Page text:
Siemens SK65


A recent news story reported that Siemens has announced plans to exit the mobile phone market in Australia, a direct result of the attempt by the Germany-based electronics giant to sell off all mobile and cordless phone operations.

Siemens themselves said in a statement that they’d ‘exhausted every avenue’ to make mobile phone sales work in Australia.

You’d think that while they were losing $229 million on their mobile phone business worldwide, someone would have suggested making better phones as an avenue they hadn’t exhausted, because if the SK65 is anything to go by it’s no wonder they were in trouble.

Not that the SK65 is a bad phone in itself. It’s not — but for a price of over $700, there are problems with the way it looks, performs and how much it costs when you stand it next with its competition. For only a couple of hundred dollars extra in most PalmOne smart phone models, you get so much more.

The comparatively tiny 132×176 screen on the SK65 is hard to use with the mobile applications of today — it’s the most obvious example of how the applications’ capabilities outstrip the capabilities of the phone to bring them to you (of which there are several).

For instance, don’t think that as soon as you open the box you’ll be Blackberrying your way to a truly mobile office. After enabling GPRS, Email and MMS capabilities with the network provider used to test the phone, we had to go through a small battery of settings, configurations and downloads to access all these sexy services.

It’s also gone against the grain of mobile phone design over the last couple of years. If you get a big, heavy clunky beast, you expect everything that opens and shuts. The SK65 isn’t huge by any means (12cm long and weighing 144 grams), but for its size, you find yourself expecting many things that aren’t there. Among the notable absences is a camera — inexplicable in a world where almost every electronic device smaller than a desktop PC has a digital camera in it.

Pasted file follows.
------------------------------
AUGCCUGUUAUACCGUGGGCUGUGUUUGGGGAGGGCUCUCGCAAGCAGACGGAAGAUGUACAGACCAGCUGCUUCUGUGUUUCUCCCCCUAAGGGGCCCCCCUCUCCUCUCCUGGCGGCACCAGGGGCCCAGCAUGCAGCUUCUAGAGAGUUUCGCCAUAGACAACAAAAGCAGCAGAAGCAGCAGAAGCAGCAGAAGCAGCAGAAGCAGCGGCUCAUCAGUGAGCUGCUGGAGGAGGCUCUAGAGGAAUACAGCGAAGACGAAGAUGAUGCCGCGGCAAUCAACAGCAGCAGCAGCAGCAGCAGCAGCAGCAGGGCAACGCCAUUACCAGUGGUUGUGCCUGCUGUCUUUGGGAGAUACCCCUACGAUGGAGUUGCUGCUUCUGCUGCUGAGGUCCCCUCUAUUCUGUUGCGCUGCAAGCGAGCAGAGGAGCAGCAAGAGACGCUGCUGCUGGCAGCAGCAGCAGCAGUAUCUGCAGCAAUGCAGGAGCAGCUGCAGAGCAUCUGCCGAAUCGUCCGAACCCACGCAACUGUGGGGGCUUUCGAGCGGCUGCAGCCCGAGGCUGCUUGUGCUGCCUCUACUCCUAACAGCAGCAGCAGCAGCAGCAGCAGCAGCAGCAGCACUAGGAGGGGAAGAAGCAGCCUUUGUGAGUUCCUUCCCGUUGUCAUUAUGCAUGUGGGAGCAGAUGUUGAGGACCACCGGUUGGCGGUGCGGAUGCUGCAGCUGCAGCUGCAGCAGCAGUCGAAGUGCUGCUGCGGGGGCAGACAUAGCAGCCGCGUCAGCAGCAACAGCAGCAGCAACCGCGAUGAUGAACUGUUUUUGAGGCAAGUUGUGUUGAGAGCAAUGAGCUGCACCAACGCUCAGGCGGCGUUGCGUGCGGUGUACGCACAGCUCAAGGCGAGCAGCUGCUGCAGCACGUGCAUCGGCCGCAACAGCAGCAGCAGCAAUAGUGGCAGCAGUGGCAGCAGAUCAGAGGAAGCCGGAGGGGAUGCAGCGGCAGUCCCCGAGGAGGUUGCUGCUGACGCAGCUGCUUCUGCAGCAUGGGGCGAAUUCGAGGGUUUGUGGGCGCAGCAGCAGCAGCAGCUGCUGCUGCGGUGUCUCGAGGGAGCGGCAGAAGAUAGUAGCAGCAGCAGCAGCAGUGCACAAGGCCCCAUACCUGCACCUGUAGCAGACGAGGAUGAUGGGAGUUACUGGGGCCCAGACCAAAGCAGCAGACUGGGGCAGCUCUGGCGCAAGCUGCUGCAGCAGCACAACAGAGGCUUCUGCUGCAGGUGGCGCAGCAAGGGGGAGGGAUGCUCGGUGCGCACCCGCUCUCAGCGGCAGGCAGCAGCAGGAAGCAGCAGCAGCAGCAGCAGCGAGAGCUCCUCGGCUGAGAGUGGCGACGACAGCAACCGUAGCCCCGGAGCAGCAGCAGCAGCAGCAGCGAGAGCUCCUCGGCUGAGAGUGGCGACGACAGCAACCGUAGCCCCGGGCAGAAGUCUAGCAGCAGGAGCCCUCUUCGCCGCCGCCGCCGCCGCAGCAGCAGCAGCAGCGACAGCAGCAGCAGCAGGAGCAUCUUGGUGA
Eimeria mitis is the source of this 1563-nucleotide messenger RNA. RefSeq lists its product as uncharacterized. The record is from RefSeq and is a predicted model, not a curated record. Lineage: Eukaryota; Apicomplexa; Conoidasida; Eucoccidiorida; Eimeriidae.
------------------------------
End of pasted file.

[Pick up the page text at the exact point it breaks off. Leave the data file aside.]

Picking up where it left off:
And of course, the other side of the coin is that the features of the SK65 can be found on much smaller, prettier phones.

Sadly, even when you don’t compare it to the far superior models in its class, it’s not without flaws itself. There’s a calendar (but not by any means a PDA), all the requisite utilities and applications to share, sort and personalise your phone, but much more intuitive filing and accessing protocols would have bought them within easier reach. There are no more buttons on the SK65 than on a usual (albeit older) style phone, but the menu and access control could have been arranged a lot better.

The documentation that came with the model we reviewed (presumably the same one that goes to an average purchaser) was deplorable. Buttons marked to enact certain functions did nothing of the sort, and with a confusing enough interface, the phone didn’t make it any easier.

And finally there’s the machine itself. In a world where mobile manufacturers are all trying to bring us the Lamborghini and Ferrari of mobile design, this is more like a 1975 Volvo station wagon. It’s brickish, blockish, and neither attractive nor pleasant to hold. The buttons are awful, the slick silver control buttons above the keypad not nearly tactile enough, and the whole thing feels and moves like mobiles did ten years ago.

The reason for the SK65’s relatively unwieldy size is because of the one feature Siemens hope you’ll find outstanding — the one they seem to be pushing more than anything else (maybe because of a lack of anything else). Twist the body and the lower half of the chassis swings out either side revealing a full QWERTY keyboard.

It’s a neat trick and very necessary for a device on which you expect to enjoy the push technology of Blackberry (ie downloading and responding to emails straight away), but as large as the face area of the SK65 is, the keyboard isn’t really big enough when folded out. Unless you’re a lady with long nails or an alien with long, spindly mandibles, trying to hit single keys is difficult.

If the SK65 is the best Siemens could come up with in recent times, it’s a good thing for all of us that they’re abandoning the market and concentrating on other technologies.


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